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Blue Iguana Conservation

A tour of the Blue Iguana Conservation’s captive breeding facility offers an up-close-and-personal view of the Blue Iguana (Cyclura lewisi), Grand Cayman’s largest native land animal. The tour introduces guests to some of the programme’s star breeders and shares the fascinating tale of how the programme began in 1990, with only 30 dedicated Blue Iguanas, under the direction of conservationist Fred Burton. Today, the breeding facility is home to approximately 100 Blue Iguanas of varying ages, many over five-feet long and in excess of 25 pounds.

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The Blue Iguana once numbered in the tens of thousands but over decades the population was decimated by development, wild animals, vehicular traffic and human population. By 2001, fewer than 30 individuals were estimated to remain in the wild and the species was listed as critically endangered by the International Union for the Conservation of Nature (IUCN).

Formerly known as the Blue Iguana Recovery Programme, the initial goal of the programme was to restore a wild population of 1,000 Blue Iguanas in order to encourage a viable population in the long-term. Due to the efforts of the programme, the Blue Iguanas were downgraded from the IUCN’s “red list” to endangered in 2012.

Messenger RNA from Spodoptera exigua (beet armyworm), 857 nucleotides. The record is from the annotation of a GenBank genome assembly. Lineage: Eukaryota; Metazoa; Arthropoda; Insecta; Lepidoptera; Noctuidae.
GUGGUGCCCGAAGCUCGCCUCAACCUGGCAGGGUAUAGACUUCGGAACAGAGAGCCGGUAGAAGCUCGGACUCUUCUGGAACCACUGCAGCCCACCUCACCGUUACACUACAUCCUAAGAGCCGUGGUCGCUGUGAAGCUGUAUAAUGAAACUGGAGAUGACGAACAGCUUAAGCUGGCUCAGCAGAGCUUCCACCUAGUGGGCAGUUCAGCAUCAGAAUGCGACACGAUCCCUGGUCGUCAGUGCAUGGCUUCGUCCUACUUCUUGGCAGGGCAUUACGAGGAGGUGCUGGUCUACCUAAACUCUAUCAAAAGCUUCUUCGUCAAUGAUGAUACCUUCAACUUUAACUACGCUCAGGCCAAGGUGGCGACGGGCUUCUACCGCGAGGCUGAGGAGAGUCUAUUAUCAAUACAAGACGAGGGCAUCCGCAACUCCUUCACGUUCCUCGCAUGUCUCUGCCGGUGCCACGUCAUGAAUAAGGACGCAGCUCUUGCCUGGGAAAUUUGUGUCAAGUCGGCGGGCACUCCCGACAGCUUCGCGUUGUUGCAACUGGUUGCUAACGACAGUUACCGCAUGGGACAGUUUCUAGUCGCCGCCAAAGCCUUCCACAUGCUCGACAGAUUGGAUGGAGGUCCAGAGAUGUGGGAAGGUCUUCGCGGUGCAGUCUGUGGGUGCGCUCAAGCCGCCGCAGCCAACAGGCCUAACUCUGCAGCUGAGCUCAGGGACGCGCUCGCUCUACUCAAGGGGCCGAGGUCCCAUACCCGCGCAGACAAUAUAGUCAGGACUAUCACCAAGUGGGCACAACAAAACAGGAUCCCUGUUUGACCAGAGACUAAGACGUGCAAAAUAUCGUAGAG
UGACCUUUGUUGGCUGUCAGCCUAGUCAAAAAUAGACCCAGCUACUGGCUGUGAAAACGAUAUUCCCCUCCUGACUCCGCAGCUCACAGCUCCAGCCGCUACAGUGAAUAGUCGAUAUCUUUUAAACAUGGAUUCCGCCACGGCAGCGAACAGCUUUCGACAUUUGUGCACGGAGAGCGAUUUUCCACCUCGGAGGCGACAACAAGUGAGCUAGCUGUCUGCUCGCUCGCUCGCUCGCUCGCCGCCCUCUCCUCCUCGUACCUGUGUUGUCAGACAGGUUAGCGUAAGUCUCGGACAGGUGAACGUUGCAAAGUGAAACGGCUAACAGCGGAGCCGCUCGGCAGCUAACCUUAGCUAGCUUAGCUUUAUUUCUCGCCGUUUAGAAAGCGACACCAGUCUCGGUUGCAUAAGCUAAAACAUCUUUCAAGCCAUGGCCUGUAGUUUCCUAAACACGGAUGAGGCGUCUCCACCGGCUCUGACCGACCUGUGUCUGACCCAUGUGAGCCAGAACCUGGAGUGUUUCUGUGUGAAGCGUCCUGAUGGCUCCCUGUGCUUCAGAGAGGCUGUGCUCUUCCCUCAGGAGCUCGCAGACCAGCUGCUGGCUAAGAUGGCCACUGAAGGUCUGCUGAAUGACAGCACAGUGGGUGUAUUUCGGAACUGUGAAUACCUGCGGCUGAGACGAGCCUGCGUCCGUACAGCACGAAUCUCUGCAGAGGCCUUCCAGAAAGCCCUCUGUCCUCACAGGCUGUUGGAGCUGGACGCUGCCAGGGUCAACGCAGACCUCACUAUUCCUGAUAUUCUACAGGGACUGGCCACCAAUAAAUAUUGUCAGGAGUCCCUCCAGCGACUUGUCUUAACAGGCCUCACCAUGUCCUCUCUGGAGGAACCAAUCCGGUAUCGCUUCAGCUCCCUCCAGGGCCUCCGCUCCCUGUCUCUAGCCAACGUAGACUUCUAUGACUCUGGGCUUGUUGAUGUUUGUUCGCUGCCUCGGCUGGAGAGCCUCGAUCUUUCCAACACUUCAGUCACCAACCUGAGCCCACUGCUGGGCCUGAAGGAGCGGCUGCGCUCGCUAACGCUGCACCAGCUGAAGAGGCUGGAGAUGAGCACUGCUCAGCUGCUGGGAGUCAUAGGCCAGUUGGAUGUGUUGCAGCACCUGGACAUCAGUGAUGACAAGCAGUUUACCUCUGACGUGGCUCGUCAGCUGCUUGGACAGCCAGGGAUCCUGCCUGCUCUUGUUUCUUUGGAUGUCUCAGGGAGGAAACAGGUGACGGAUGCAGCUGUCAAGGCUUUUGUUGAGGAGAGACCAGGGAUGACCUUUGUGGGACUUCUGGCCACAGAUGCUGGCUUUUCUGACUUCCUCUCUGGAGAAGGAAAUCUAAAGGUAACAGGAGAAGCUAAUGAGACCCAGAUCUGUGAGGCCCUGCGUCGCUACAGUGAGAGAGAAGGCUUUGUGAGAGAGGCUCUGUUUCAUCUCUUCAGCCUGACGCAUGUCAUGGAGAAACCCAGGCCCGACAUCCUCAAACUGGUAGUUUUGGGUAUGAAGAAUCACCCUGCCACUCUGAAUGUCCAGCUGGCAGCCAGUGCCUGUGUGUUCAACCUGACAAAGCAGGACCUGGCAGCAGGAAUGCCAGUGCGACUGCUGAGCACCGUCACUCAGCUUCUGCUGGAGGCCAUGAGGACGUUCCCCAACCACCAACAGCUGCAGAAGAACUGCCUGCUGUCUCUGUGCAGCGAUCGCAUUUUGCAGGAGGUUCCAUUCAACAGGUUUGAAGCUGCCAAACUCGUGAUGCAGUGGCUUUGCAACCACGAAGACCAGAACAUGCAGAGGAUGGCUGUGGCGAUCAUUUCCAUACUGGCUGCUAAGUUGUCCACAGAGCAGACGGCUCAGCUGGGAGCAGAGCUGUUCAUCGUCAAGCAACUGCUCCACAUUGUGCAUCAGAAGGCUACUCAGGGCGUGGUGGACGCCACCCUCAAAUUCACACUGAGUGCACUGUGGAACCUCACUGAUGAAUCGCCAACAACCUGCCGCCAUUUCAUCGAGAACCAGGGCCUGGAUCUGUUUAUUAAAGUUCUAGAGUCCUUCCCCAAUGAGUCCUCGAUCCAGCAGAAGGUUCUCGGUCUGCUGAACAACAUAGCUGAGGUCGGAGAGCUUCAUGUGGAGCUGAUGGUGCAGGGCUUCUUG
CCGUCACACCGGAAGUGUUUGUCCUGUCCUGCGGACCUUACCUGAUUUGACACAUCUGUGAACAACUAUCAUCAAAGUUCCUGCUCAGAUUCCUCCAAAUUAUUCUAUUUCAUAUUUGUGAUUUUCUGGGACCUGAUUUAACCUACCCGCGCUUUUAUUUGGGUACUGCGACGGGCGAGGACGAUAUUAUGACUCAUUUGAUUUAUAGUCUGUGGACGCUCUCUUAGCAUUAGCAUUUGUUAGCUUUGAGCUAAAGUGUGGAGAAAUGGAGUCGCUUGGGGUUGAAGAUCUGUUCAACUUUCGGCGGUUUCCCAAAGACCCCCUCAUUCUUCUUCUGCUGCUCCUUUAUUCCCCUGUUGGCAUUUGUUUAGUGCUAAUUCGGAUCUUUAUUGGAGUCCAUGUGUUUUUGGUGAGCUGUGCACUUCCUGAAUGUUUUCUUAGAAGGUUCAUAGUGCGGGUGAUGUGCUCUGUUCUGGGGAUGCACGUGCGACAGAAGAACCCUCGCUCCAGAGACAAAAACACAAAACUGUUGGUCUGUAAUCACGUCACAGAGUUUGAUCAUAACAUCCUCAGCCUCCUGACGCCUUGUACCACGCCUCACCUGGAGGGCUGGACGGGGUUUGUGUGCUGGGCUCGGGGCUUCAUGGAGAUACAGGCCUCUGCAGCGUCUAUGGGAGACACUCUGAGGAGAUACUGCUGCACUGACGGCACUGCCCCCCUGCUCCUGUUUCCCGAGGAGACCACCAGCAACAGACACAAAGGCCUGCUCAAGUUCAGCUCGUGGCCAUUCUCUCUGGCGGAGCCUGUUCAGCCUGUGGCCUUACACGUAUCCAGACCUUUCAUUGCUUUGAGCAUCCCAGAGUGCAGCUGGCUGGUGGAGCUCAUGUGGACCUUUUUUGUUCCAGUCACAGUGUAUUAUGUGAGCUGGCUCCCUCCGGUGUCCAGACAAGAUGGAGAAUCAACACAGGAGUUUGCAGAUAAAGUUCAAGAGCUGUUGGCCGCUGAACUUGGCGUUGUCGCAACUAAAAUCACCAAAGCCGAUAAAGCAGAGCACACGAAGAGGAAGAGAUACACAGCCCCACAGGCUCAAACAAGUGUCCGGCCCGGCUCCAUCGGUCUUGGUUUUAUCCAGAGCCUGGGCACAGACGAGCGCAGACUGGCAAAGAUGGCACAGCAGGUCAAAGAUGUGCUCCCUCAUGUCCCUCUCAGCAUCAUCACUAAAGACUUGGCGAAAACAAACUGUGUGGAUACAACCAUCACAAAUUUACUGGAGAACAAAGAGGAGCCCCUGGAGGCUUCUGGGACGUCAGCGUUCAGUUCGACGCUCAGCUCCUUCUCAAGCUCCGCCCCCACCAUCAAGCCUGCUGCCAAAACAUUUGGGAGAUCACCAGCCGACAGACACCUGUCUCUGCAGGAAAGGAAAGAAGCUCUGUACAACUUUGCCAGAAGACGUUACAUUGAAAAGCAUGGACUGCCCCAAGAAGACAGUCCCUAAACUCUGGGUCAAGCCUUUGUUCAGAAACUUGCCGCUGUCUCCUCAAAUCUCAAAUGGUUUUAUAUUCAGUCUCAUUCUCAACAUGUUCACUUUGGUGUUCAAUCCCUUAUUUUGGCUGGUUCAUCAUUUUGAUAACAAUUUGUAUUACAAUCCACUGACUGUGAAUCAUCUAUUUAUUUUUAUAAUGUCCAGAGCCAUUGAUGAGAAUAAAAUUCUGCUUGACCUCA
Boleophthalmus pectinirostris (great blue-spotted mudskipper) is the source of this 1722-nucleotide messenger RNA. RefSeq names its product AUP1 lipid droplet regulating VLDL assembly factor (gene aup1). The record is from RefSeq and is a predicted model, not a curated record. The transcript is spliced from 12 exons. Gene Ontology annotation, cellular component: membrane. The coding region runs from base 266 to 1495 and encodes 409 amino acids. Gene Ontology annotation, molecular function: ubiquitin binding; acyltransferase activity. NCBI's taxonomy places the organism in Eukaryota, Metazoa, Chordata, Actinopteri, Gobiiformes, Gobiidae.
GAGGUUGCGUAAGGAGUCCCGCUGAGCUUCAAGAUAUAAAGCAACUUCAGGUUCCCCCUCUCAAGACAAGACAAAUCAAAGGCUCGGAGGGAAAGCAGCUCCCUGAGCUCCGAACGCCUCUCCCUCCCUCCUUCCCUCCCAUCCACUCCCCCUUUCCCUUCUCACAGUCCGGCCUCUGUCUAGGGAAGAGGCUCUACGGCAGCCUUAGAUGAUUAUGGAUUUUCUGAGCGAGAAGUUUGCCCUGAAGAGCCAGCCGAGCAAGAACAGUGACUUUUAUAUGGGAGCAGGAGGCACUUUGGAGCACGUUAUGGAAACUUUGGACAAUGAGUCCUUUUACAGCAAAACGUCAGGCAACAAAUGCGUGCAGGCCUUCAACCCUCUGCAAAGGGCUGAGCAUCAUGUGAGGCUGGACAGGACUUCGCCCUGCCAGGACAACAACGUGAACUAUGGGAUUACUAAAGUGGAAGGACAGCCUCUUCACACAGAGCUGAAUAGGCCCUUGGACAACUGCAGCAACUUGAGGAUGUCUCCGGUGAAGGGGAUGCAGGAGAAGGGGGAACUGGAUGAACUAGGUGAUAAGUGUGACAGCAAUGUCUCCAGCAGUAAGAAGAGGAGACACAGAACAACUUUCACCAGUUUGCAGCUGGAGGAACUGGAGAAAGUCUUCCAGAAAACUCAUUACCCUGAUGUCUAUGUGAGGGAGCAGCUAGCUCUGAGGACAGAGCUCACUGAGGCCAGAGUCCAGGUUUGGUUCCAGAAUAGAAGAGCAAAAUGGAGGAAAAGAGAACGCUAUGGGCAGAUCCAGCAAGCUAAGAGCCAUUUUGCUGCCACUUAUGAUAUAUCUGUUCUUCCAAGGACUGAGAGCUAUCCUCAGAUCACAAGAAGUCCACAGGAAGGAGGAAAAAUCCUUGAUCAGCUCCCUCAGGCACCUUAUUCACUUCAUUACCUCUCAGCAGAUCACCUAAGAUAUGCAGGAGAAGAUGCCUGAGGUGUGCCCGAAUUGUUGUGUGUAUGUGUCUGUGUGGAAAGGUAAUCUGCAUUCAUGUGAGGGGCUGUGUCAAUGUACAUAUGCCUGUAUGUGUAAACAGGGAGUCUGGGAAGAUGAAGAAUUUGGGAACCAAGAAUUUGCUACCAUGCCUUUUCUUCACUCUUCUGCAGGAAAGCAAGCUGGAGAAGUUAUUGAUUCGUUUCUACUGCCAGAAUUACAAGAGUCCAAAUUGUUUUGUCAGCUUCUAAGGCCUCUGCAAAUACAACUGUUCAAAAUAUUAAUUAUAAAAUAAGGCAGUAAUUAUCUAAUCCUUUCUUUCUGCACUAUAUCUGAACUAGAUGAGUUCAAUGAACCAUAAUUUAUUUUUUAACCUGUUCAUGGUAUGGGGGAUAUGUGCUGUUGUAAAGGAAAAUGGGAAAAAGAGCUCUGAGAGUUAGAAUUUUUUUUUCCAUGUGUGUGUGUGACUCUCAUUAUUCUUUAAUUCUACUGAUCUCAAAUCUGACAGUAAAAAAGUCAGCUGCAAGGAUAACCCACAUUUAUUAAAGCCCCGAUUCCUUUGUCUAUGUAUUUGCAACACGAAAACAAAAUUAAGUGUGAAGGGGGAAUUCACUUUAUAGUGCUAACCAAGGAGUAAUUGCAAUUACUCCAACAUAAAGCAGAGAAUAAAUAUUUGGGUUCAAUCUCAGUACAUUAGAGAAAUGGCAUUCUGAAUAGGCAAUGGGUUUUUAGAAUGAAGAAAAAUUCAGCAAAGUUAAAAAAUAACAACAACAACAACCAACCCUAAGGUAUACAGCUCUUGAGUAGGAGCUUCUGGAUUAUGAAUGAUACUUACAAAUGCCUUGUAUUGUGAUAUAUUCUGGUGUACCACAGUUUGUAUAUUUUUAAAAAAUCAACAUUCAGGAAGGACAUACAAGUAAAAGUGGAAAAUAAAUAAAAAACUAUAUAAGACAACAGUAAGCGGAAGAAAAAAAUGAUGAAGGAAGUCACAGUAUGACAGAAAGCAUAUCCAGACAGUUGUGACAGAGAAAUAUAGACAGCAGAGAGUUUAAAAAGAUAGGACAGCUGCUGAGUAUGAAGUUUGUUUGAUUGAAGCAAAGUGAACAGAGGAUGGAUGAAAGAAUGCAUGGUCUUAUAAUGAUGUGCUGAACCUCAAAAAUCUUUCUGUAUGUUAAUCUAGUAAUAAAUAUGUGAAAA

By 2018, we released our 1,000th Blue Iguana, celebrating an important milestone for the programme.

Phase II

In 2019, we began the transition from restoring the wild population of Blue Iguanas to 1,000 individuals towards sustainably conserving the species, which led the to official rebrand as the Blue Iguana Conservation programme.

The programme received two major grants in our 2018/19 fiscal year: £197,902 from the UK-based Darwin Plus Initiative and US$50,000 from US-based Disney Conservation Fund. The grants will fund the second phase of the programme, which includes an enhanced breeding facility, improved husbandry and added manpower to monitor the Blue Iguanas now roaming our Salina Reserve and Colliers Wilderness Reserve. It will also address challenges such as disease prevention and encroaching predators.

Volunteer Opportunities

Caring for our Blue Iguanas requires daily food collection, meal preparation and pen cleaning, as well as project-based tasks, and would not be possible without the assistance of volunteers. Residents and visitors alike are welcome to join us in our mission to conserve this native species in the following ways:

General Volunteers: minimal commitment of once weekly to help with feeding and food collection, pen cleaning and some light maintenance work.

Skilled Labourers: project-based work such as gardening, plumbing, electrical, painting, carpentry or any other type of skilled labour. Opportunities available for daily, weekly or long-term projects.

International Volunteers: an excellent opportunity for hands-on experience with our Blue Iguanas. All skill sets welcome. Minimum commitment of two weeks.

Interested volunteers should contact

Adopt a Blue Iguana

Closure Notice

Please note the Blue Iguana facility will be closed for public tours on Wednesday, 2 October 2019 to facilitate green iguana culling at the Queen Elizabeth II Botanic Park. Tours will resume on Thursday, 3 October.


Monday to Saturday, 10:30am and 11:30am
Monday to Friday 2:00pm

CI$20 (US$25) for adults
CI$10 (US$12.50) for children (5-12 years old)
Children 5 and under free of charge

Admission includes entrance to the Queen Elizabeth II Botanic Park
Tickets available at the Botanic Park Visitors Centre
Reservations not required

For more information, contact us today